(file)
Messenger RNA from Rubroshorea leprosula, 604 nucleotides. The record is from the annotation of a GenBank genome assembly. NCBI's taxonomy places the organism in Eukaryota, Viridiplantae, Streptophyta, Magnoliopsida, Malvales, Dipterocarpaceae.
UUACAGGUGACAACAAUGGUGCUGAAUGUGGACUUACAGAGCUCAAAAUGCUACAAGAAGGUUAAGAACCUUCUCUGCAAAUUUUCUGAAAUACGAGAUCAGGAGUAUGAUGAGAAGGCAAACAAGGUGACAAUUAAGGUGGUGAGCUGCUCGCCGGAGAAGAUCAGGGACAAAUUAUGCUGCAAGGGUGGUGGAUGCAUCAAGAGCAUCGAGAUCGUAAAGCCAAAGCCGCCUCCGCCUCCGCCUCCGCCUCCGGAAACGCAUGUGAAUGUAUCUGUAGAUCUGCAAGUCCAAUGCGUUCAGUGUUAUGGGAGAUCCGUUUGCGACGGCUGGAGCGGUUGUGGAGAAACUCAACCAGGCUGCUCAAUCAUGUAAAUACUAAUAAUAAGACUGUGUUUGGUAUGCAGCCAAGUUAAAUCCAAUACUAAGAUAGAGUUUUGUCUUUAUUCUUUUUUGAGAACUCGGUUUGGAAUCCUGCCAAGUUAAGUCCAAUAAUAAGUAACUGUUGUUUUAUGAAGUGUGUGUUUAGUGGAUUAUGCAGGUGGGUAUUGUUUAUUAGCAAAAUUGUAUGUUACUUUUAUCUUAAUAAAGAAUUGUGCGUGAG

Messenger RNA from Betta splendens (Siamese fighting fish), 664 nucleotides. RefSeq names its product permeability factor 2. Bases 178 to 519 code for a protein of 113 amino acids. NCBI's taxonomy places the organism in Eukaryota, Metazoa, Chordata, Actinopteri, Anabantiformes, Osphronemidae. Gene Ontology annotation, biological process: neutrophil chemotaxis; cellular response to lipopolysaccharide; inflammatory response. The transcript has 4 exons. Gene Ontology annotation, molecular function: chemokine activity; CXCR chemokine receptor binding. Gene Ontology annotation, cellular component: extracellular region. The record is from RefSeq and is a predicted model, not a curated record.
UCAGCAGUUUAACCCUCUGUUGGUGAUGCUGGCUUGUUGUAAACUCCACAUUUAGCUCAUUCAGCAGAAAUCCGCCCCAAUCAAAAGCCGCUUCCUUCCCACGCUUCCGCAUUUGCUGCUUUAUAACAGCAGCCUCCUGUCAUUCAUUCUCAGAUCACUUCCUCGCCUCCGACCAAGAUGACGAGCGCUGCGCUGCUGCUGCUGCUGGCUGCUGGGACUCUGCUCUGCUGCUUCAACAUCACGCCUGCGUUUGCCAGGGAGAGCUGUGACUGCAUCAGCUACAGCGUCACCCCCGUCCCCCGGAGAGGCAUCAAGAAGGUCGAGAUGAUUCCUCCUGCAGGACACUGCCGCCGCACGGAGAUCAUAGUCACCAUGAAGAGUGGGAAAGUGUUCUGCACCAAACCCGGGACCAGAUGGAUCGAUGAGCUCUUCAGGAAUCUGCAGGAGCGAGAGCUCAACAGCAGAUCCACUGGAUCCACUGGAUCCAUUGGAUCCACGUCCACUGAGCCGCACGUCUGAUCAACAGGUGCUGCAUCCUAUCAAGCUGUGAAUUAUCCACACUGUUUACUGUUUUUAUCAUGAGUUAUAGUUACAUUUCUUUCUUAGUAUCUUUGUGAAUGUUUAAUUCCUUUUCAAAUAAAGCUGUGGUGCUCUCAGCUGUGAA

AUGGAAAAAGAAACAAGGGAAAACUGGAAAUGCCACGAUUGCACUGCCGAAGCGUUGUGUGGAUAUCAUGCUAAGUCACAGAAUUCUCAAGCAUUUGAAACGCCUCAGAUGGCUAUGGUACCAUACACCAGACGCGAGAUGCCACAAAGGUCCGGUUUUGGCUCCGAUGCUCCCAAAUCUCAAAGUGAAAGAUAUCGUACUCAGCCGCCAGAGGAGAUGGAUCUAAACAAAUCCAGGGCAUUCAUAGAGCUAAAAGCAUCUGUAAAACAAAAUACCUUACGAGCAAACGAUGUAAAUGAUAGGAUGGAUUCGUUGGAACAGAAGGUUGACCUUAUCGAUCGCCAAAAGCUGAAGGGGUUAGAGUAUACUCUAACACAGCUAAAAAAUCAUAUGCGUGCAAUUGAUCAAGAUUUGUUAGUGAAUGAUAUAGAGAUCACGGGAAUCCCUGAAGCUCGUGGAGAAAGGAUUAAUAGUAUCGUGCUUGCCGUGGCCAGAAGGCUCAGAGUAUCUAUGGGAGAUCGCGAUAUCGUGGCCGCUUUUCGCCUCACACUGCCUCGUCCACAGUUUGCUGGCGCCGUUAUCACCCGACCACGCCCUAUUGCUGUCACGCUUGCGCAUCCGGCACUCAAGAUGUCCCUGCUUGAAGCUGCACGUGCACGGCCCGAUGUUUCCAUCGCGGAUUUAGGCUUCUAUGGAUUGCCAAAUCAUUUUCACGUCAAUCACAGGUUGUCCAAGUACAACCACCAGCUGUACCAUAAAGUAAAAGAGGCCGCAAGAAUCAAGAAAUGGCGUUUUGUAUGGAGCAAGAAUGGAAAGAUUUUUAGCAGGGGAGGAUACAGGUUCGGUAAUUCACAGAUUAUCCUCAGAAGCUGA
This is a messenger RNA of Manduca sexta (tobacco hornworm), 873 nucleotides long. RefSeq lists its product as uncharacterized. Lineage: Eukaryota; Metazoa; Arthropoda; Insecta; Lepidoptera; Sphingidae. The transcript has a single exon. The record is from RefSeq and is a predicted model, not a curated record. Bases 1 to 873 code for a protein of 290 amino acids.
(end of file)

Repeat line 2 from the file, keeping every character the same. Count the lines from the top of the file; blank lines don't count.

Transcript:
UUACAGGUGACAACAAUGGUGCUGAAUGUGGACUUACAGAGCUCAAAAUGCUACAAGAAGGUUAAGAACCUUCUCUGCAAAUUUUCUGAAAUACGAGAUCAGGAGUAUGAUGAGAAGGCAAACAAGGUGACAAUUAAGGUGGUGAGCUGCUCGCCGGAGAAGAUCAGGGACAAAUUAUGCUGCAAGGGUGGUGGAUGCAUCAAGAGCAUCGAGAUCGUAAAGCCAAAGCCGCCUCCGCCUCCGCCUCCGCCUCCGGAAACGCAUGUGAAUGUAUCUGUAGAUCUGCAAGUCCAAUGCGUUCAGUGUUAUGGGAGAUCCGUUUGCGACGGCUGGAGCGGUUGUGGAGAAACUCAACCAGGCUGCUCAAUCAUGUAAAUACUAAUAAUAAGACUGUGUUUGGUAUGCAGCCAAGUUAAAUCCAAUACUAAGAUAGAGUUUUGUCUUUAUUCUUUUUUGAGAACUCGGUUUGGAAUCCUGCCAAGUUAAGUCCAAUAAUAAGUAACUGUUGUUUUAUGAAGUGUGUGUUUAGUGGAUUAUGCAGGUGGGUAUUGUUUAUUAGCAAAAUUGUAUGUUACUUUUAUCUUAAUAAAGAAUUGUGCGUGAG